The poor fortune of another hunter has turned out to be my good luck. Near the close of the deer season, we found a dead deer in the woods near my daughter’s stand. It was too late to salvage. So, after the “second rut” I moved a camera from one of my buck hot spots to a tree near the deer carcass. My ghoulish fascination with flesh-eating creatures was really rewarded at this spot. Interestingly, they have not hit it too hard. I don’t know if they did not find it before it froze, so it is harder to manage. Not to be too graphic here, but the hind quarters of the deer are what has been chewed. The deer is 95% still intact.

The variety of critters that are either eating or investigating the site is amazing. One big surprise is the number of deer that have come to look at their dead colleague. Made me wonder if there is a bit of the elephant in them. There was a lot of deer traffic early on, especially bucks. There have been crows and even a red-tailed hawk. I am not very proficient in hawk identification. And this one did not have some markings that would be typical. So, I sent the picture to Prof. Shelli Dubay at UWSP.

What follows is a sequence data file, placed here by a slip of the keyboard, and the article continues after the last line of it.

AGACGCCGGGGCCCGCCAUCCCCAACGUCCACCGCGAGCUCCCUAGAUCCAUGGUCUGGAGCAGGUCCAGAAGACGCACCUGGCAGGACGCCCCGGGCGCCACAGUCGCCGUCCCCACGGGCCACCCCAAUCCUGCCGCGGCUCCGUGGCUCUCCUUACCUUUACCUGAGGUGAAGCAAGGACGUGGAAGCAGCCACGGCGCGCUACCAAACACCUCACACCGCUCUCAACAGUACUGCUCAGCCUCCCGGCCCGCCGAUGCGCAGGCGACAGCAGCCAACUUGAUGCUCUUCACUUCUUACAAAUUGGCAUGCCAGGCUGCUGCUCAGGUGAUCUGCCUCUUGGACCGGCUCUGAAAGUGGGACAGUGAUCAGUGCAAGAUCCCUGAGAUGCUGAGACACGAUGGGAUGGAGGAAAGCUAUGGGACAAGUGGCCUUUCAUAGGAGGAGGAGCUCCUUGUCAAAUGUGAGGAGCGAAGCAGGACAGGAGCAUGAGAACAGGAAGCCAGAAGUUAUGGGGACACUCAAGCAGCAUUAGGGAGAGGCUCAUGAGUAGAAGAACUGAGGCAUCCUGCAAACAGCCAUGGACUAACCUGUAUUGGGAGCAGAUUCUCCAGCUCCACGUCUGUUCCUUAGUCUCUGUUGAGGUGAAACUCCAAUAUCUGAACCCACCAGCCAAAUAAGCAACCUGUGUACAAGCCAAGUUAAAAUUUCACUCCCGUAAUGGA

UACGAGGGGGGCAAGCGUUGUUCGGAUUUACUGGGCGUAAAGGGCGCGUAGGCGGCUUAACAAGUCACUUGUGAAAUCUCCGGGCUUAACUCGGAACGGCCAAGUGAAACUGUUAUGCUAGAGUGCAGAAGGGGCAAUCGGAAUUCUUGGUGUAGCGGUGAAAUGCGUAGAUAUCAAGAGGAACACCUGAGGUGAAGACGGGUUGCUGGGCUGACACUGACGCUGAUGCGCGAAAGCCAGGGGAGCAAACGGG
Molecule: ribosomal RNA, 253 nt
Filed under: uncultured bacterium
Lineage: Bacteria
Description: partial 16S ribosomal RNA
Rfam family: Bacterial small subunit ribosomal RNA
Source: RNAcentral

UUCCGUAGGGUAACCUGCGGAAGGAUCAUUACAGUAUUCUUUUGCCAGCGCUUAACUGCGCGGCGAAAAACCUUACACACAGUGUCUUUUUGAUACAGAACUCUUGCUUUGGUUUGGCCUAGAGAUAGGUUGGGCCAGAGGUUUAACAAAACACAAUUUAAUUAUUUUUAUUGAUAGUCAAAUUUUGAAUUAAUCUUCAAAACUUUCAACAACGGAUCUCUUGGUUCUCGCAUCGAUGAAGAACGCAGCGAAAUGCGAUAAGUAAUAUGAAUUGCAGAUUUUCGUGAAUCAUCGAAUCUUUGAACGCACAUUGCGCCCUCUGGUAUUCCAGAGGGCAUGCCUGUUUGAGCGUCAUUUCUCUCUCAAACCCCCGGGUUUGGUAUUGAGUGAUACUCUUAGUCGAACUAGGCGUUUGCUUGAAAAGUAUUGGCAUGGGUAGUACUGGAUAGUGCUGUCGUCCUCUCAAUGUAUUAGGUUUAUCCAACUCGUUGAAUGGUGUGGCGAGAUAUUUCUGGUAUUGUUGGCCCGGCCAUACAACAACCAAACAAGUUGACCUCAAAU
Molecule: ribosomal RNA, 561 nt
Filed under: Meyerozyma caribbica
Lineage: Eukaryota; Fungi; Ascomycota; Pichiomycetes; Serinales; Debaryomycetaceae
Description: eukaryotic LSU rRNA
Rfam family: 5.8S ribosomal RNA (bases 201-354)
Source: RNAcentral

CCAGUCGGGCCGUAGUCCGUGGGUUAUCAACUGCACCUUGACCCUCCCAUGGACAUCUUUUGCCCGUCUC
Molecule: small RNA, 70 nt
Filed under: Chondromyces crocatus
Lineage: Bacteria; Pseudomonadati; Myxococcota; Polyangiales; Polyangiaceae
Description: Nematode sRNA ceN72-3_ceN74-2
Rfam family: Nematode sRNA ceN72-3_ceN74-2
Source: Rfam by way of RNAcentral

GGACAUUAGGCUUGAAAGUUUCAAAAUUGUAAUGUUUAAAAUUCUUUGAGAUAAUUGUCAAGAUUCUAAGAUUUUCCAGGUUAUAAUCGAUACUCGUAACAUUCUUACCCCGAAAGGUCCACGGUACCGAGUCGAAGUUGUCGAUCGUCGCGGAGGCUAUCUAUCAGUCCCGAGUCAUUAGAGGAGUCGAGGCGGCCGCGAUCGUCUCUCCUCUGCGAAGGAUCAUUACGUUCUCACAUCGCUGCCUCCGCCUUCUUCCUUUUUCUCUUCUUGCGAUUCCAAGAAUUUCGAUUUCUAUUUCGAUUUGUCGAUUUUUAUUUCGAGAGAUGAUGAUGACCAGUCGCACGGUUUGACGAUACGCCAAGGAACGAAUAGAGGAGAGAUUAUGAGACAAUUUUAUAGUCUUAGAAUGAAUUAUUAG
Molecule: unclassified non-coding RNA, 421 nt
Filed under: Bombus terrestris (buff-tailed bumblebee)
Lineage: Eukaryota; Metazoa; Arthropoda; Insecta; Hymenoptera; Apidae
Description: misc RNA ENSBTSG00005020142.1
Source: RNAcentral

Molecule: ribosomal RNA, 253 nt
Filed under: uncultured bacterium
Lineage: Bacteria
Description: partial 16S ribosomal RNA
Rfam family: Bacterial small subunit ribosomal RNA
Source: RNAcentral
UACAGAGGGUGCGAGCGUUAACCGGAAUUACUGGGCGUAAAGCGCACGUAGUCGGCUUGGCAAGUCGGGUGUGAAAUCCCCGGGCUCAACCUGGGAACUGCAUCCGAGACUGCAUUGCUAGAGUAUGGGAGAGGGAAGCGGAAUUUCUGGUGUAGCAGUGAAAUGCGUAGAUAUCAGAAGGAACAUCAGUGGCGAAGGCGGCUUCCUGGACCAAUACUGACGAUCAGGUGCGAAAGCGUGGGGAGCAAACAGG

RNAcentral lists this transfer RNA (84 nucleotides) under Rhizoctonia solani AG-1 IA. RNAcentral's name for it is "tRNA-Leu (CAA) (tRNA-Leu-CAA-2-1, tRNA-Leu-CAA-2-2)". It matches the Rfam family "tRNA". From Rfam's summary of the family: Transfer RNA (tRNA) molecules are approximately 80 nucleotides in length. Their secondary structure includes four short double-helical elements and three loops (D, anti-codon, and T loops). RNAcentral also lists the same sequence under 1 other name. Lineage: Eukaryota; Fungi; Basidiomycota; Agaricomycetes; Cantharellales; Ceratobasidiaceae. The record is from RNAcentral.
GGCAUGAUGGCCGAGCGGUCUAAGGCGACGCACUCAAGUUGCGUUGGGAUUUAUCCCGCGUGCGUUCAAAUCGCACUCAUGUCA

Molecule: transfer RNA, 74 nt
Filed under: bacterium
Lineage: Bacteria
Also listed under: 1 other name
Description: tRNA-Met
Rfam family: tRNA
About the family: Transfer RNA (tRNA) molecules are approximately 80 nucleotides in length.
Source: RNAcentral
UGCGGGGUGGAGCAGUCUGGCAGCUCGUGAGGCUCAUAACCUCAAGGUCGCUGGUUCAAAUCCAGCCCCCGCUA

“I sent the photo to the Raptor Education Group for confirmation, but it looks like a red-tailed hawk. The lack of a black belly/chest band is throwing me off, she related.

The experts confirmed our analysis. My first red-tailed on camera.

(note: camera date stamp incorrect)

There have been foxes and coyotes. The most exciting thing on the dead buck though has been a fisher. It visited many times and we got lots of photos. Fishers are fairly large members of the same family as mink. Through history, they have been valued for their fur. There is a really interesting paper on fishers on the Wisconsin DNR website. Technical Bulletin 183, which was authored in part by my friends and colleagues, Prof. Neil Payne and retired WDNR Biologist Bruce Kohn, really gives you a complete history of fishers in Wisconsin up to 1993. As common as they are now, there was a time when they had disappeared from our landscape. From 1932 until a reintroduction plan that began in 1956, no fisher was sighted here. This is a success story. We occasionally get them on camera. Once I called one in turkey hunting. It was stunned to discover that I had duped it into thinking I had feathers.